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On April 29, the CBS series “60 Minutes” released a segment called “Why Bill and Melinda Gates put 20,000 Students Through College,” which featured the University’s making significant efforts to recruit students from diverse socioeconomic backgrounds.

Seven University students — Jaylin Lugardo ’20, Mason Cox ’20, Chris Umanzor ’19, Kelton Chastulik ’21, Jackson Forbes ’18, Oluwatoyin Edogun ’20, and Tylor-Maria Johnson ’19 — spoke about the experiences and challenges faced by first-generation, low-income (FLI) students on university campuses.

The interview was intense, according to Lugardo, but it was an interesting and enjoyable experience. Cox echoed her remarks.

“It was a very eye-opening experience, not only for myself but also for the other people there, and even for the people who watched the show,” Cox said.

Cox is a columnist for The Daily Princetonian.

The University has a number of programs designed to help FLI students adapt to college and seek out academic opportunities, such as the Scholars Institute Fellows Program, the Princeton Hidden Minority Council, and the Freshman Scholars Institute. Lugardo explained that these programs were invaluable in making her feel comfortable in the University setting, inspiring her to organize the “FLI is Fly campaign,” which acknowledges what it's like to come from extremely diverse backgrounds.

Umanzor also said that, to him, these programs help encourage FLI students who may wrongly think that the University isn’t for them.

However, students thought that the “60 Minutes” episode missed or misrepresented some important aspects of the FLI student experience.

Lugardo, Cox, and Umanzor mentioned the importance of appreciating intersectionality in student identities, which the episode sometimes neglected.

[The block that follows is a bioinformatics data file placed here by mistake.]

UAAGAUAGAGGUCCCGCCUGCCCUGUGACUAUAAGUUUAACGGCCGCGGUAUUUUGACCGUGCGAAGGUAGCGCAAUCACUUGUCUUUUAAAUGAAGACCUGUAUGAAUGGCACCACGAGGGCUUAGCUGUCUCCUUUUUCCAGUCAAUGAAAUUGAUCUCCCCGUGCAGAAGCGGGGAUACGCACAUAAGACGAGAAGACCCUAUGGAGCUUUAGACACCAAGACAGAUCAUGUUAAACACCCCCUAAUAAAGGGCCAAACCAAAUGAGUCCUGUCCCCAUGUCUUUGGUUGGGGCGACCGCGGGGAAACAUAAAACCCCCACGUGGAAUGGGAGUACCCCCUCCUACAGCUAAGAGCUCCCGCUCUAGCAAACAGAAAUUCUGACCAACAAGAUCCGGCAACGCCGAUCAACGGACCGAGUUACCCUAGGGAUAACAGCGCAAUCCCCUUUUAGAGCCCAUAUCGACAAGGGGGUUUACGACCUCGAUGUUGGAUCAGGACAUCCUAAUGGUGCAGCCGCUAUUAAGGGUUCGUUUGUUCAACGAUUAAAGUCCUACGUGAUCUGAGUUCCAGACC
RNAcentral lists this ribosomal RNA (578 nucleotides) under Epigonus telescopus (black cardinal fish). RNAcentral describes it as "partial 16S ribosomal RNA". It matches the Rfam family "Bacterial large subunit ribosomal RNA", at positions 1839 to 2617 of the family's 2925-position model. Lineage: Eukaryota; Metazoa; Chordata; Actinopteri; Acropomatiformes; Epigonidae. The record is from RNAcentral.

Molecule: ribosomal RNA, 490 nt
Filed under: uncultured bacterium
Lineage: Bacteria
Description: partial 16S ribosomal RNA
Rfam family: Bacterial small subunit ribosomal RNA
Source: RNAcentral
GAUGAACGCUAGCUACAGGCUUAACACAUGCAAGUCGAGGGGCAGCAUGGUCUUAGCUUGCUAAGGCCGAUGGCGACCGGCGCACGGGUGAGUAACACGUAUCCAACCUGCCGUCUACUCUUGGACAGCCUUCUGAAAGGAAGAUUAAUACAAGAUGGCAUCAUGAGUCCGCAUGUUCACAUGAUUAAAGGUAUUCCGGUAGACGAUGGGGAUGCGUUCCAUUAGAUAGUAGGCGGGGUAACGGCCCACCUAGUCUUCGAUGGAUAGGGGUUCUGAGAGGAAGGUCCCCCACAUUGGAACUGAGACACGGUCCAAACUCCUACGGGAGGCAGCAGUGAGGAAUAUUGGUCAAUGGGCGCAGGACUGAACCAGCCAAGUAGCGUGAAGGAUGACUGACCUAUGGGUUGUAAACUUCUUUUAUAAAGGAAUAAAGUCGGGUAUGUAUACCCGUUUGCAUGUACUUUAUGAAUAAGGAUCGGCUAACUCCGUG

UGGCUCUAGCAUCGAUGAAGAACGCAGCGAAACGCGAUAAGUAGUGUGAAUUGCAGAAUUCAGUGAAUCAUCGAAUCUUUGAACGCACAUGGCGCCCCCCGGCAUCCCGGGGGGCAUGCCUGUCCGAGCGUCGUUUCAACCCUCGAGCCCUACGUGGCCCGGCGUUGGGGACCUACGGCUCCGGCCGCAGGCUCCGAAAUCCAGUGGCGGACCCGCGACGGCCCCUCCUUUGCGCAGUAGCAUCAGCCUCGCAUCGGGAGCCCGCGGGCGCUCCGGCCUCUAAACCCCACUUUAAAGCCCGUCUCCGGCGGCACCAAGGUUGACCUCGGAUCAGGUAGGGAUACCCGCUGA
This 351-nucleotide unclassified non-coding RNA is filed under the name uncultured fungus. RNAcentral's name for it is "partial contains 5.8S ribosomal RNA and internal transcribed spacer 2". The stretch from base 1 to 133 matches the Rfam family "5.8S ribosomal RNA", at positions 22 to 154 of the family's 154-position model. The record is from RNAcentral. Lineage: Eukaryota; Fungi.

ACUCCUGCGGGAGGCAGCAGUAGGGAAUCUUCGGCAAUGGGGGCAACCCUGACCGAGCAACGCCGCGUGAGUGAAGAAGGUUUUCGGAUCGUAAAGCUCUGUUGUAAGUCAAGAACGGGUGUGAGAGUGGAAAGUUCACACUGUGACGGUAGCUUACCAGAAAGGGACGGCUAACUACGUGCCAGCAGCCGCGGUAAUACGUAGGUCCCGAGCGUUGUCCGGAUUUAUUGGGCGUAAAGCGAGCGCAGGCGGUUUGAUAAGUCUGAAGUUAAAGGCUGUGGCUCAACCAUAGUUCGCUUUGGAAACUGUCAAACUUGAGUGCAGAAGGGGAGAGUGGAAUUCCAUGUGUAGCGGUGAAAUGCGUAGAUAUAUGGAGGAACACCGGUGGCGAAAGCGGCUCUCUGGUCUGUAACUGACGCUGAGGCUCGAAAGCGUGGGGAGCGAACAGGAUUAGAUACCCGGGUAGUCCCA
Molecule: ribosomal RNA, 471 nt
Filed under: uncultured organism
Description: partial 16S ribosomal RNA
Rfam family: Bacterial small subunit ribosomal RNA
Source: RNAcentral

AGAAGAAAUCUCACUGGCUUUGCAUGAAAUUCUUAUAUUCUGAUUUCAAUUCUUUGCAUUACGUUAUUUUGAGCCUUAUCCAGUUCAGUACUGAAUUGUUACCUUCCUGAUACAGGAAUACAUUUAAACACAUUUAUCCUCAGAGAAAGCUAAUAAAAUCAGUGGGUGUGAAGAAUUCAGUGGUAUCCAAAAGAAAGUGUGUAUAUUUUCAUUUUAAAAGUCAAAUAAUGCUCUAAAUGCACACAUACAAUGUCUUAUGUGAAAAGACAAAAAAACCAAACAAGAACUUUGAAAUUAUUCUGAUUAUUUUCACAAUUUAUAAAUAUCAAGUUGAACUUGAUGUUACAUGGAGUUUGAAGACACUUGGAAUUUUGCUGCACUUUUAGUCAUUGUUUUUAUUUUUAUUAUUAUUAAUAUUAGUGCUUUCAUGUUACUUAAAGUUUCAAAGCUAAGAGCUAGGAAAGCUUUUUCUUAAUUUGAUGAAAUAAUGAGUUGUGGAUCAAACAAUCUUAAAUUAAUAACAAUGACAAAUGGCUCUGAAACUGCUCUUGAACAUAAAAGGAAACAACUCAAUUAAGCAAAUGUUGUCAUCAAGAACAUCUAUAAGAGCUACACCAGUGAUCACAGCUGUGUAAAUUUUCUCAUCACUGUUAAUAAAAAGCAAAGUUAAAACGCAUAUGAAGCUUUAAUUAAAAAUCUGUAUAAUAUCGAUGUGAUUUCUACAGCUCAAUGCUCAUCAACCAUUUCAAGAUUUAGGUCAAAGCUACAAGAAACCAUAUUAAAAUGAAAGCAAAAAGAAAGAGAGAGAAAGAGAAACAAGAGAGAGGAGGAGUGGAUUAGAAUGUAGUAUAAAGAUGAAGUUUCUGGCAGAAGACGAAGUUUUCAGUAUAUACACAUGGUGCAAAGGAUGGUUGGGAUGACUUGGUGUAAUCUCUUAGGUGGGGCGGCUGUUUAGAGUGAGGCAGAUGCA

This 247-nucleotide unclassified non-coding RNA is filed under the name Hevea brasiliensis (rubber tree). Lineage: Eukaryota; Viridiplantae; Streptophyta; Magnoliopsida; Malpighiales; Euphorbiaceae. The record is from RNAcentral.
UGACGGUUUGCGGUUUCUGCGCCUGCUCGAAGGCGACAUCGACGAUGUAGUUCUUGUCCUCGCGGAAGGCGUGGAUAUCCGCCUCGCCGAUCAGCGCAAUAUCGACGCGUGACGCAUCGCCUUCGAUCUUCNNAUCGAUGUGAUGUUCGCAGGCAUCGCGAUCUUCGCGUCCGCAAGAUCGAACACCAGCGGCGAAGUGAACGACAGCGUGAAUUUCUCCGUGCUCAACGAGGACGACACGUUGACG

“It made it seem as though you can only have one identity or the other; it didn’t really accept that intersectionality,” Lugardo added.

Umanzor also emphasized that students from first-generation, low-income backgrounds often have completely different experiences from each other.

Another problem was the identification of the Princeton FLI students as exceptions. The CBS article identified the interviewees as “Princeton’s Chosen Ones,” which the the students saw as a strange choice of language.

“We were viewed as an oddity, and it’s problematic,” Cox said. “We were fetishized in a way.”

Nevertheless, the students were proud to represent their FLI identity.

“By me voicing loudly my lack of shame in the FLI identity, I can make sure that there are changes that are made for the people who shouldn’t have to be as loud about that identity,” Lugardo said.

Umanzor also noted that, though the episode made strides for FLI students on campus, the University can still do better when it comes to supporting FLI students.

“The University should always be held to a higher standard and should continue to explore ways that other Universities have sought to integrate students from FLI backgrounds,” Umanzor said.

Lugardo expressed similar sentiments.

“Changes cannot be made as quickly as I want them to be, and the changes that I want, I might not be able to see in my time here,” Lugardo said. But, she notes, changes are occurring.

Already, the University tries to be receptive to the reforms encouraged by students and has taken massive strides towards creating a more diverse and welcoming institution and community for FLI students.

"Community is where it’s at, and community is where it should be," said Cox.

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